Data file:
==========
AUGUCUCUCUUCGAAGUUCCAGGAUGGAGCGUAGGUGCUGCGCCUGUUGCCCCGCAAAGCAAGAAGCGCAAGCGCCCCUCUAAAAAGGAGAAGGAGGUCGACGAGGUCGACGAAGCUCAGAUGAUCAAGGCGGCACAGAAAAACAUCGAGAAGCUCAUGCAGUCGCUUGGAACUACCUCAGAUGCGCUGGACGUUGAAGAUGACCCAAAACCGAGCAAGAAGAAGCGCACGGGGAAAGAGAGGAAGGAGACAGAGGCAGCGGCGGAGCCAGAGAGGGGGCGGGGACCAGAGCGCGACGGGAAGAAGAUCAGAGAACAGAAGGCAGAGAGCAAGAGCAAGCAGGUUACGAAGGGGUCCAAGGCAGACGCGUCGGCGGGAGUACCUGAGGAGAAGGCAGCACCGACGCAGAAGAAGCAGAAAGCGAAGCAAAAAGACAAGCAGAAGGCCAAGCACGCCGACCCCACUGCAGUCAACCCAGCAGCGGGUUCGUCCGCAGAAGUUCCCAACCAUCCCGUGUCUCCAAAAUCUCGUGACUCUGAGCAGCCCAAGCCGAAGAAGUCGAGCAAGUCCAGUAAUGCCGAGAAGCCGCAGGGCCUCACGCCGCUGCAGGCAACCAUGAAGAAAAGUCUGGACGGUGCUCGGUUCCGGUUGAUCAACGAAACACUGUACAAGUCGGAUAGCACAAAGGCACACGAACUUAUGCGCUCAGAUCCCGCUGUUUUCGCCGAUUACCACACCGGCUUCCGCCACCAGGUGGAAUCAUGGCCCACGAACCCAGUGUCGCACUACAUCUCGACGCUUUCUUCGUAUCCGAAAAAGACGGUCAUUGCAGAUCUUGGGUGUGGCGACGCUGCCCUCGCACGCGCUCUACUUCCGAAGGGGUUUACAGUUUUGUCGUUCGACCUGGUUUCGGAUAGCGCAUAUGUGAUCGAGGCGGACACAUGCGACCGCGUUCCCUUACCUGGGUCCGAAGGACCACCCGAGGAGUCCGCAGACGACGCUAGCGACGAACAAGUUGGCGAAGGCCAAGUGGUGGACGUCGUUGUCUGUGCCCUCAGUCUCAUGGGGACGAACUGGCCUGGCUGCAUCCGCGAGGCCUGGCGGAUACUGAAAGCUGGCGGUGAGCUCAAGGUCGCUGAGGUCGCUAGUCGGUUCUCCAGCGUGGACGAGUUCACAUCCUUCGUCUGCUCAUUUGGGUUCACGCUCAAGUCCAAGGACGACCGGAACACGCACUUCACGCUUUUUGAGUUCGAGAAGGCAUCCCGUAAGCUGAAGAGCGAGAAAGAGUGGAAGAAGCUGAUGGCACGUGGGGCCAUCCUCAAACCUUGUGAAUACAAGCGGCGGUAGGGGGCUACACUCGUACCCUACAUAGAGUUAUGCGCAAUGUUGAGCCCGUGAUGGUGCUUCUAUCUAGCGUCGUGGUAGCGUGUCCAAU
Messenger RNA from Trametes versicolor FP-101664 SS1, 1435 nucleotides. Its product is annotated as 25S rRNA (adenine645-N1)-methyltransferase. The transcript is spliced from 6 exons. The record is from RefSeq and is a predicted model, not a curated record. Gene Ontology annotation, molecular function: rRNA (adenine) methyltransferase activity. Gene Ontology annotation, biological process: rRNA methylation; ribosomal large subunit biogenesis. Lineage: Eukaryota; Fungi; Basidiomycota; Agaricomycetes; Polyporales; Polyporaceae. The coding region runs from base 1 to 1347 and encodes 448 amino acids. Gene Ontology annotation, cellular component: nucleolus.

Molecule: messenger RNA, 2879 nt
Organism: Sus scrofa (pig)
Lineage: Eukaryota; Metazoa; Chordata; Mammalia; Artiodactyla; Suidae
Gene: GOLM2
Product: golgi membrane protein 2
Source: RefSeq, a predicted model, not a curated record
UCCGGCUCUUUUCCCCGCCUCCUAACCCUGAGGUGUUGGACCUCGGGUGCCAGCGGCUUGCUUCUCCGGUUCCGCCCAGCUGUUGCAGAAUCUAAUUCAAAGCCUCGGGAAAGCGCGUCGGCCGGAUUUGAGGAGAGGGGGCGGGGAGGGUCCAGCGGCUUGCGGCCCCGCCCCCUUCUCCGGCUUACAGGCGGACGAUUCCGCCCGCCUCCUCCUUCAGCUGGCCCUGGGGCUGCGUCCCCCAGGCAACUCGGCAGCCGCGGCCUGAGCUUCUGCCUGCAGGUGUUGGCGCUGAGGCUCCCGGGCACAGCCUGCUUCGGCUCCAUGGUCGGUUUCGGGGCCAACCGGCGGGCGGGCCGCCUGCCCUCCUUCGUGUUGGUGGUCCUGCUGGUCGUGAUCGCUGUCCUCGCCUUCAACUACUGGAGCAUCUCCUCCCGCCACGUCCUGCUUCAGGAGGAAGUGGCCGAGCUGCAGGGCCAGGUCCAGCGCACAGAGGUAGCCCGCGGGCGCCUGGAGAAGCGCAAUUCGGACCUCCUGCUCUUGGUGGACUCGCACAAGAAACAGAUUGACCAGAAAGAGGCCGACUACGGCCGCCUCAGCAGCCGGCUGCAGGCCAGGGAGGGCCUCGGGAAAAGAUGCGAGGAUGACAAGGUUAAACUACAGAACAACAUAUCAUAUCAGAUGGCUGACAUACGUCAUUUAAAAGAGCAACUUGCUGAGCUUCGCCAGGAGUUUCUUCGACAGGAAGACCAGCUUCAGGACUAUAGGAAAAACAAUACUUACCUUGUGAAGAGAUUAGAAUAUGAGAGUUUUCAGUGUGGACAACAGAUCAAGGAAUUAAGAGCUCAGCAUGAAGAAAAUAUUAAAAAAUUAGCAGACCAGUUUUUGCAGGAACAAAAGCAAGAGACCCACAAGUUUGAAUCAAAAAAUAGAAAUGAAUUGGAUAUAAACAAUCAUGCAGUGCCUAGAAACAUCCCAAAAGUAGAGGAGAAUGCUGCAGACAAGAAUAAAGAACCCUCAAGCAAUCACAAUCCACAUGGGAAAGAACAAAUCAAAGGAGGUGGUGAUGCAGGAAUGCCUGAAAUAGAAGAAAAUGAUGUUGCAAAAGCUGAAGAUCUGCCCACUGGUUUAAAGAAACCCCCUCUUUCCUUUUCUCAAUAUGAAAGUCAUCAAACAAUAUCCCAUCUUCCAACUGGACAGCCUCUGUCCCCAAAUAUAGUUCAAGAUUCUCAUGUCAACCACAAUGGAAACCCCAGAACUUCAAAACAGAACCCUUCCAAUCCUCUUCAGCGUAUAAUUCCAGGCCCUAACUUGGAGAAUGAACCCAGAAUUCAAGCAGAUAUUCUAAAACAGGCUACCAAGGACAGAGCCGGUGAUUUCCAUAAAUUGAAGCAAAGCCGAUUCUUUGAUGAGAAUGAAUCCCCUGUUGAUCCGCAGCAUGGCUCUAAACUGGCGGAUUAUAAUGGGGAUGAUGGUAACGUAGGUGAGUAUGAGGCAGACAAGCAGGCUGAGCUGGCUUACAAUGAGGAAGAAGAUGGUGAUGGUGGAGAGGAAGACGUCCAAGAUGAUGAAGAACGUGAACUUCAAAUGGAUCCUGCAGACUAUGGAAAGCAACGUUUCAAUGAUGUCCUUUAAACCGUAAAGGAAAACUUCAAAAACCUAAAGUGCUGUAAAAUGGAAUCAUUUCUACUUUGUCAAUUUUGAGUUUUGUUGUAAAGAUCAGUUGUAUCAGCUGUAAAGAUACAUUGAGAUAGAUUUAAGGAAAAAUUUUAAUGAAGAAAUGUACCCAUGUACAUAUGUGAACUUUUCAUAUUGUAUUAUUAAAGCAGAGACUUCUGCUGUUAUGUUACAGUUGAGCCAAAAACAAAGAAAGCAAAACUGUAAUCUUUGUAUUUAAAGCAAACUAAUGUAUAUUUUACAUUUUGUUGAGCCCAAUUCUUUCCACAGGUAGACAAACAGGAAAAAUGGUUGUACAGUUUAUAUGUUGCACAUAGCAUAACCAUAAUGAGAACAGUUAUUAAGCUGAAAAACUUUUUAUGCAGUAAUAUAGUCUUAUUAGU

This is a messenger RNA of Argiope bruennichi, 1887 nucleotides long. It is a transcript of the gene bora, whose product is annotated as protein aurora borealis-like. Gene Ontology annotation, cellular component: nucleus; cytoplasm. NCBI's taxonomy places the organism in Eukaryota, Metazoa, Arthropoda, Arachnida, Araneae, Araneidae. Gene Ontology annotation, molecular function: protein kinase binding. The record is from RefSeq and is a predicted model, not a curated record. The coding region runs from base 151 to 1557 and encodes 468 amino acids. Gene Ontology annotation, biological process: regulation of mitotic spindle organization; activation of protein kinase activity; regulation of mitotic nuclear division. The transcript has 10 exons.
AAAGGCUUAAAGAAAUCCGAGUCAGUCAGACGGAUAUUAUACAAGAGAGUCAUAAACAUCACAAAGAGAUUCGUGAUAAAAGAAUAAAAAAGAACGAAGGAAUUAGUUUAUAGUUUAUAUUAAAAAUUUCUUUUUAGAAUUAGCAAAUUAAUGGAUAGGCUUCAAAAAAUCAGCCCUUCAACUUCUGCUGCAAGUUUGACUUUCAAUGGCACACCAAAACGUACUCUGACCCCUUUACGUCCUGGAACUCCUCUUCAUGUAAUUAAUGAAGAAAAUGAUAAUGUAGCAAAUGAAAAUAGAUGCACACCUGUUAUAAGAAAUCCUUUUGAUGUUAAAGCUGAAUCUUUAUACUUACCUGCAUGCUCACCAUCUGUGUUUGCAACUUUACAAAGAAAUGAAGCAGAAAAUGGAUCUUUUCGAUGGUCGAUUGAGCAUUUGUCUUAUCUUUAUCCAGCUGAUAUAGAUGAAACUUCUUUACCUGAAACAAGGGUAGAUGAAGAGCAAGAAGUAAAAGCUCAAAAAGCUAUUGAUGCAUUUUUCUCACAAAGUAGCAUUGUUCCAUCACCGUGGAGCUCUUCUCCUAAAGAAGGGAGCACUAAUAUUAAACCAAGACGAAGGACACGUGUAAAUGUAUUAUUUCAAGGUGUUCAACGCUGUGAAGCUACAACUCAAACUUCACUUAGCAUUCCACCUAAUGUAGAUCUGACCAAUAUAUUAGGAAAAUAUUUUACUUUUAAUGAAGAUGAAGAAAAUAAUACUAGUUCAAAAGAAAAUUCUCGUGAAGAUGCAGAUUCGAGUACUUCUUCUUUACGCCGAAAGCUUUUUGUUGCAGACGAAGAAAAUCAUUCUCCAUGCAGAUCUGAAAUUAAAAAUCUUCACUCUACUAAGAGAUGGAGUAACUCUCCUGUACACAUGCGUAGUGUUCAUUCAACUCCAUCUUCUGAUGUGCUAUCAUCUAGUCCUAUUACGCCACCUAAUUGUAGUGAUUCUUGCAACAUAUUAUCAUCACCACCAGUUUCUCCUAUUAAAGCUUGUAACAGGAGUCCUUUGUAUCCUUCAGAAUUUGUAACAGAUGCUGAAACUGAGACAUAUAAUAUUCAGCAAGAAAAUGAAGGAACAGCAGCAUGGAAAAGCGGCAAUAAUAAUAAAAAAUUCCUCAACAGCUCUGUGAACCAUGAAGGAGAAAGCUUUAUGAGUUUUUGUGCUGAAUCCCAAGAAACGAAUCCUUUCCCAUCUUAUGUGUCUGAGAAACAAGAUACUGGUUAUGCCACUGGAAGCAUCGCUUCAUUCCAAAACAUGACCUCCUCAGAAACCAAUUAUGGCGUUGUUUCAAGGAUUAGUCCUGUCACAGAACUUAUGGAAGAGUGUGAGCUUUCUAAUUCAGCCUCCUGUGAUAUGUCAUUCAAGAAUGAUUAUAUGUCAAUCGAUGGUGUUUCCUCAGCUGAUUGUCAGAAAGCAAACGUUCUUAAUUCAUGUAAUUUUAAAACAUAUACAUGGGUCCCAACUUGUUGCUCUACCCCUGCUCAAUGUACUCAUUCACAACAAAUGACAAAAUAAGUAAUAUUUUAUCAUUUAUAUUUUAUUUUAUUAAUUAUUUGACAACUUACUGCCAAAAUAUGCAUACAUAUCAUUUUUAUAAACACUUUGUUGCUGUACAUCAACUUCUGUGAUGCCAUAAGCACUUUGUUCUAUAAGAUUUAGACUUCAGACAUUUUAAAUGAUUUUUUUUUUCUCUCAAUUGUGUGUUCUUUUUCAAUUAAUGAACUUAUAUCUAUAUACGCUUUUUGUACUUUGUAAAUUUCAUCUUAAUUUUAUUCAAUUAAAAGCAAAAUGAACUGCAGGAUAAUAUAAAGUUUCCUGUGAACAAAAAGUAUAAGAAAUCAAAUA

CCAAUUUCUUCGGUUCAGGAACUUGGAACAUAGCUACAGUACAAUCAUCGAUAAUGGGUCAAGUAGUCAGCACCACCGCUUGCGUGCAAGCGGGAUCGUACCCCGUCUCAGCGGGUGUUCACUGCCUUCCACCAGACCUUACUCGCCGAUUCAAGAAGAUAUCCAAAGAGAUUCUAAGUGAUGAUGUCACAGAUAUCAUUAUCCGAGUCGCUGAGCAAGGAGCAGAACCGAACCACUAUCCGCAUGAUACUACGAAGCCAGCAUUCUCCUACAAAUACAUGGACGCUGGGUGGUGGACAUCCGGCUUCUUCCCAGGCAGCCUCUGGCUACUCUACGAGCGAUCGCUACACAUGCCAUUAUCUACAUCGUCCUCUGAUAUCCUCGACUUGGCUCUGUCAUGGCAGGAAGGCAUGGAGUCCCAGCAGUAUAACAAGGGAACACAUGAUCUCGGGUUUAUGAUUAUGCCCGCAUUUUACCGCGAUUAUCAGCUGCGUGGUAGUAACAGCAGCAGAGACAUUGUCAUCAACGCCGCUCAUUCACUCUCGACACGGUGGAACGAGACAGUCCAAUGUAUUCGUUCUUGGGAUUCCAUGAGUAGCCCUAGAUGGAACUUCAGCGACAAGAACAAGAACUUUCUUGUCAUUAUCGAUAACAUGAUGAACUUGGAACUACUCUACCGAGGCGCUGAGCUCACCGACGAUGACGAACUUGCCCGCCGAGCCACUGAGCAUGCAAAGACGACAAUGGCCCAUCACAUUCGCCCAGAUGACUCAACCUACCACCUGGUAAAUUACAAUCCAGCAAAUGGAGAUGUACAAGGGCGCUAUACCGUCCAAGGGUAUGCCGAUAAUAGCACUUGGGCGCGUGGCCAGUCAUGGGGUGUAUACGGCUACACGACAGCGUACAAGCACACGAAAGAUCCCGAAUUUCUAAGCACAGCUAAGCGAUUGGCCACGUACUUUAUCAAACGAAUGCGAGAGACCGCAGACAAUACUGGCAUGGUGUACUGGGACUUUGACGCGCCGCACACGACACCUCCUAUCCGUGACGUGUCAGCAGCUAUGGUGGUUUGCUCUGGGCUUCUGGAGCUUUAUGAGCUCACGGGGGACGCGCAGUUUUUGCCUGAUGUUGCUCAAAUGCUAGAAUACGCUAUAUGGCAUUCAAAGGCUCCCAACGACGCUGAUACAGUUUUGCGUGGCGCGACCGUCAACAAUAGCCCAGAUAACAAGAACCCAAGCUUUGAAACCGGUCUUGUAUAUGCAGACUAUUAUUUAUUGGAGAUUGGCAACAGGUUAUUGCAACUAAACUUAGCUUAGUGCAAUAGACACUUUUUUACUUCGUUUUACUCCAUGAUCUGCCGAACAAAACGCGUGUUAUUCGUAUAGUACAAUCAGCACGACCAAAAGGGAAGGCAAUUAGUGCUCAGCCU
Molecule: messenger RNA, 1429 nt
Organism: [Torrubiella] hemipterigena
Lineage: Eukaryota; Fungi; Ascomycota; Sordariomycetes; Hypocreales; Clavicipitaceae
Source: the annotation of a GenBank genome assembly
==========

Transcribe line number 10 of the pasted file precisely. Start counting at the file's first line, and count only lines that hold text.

This is a messenger RNA of Argiope bruennichi, 1887 nucleotides long. It is a transcript of the gene bora, whose product is annotated as protein aurora borealis-like. Gene Ontology annotation, cellular component: nucleus; cytoplasm. NCBI's taxonomy places the organism in Eukaryota, Metazoa, Arthropoda, Arachnida, Araneae, Araneidae. Gene Ontology annotation, molecular function: protein kinase binding. The record is from RefSeq and is a predicted model, not a curated record. The coding region runs from base 151 to 1557 and encodes 468 amino acids. Gene Ontology annotation, biological process: regulation of mitotic spindle organization; activation of protein kinase activity; regulation of mitotic nuclear division. The transcript has 10 exons.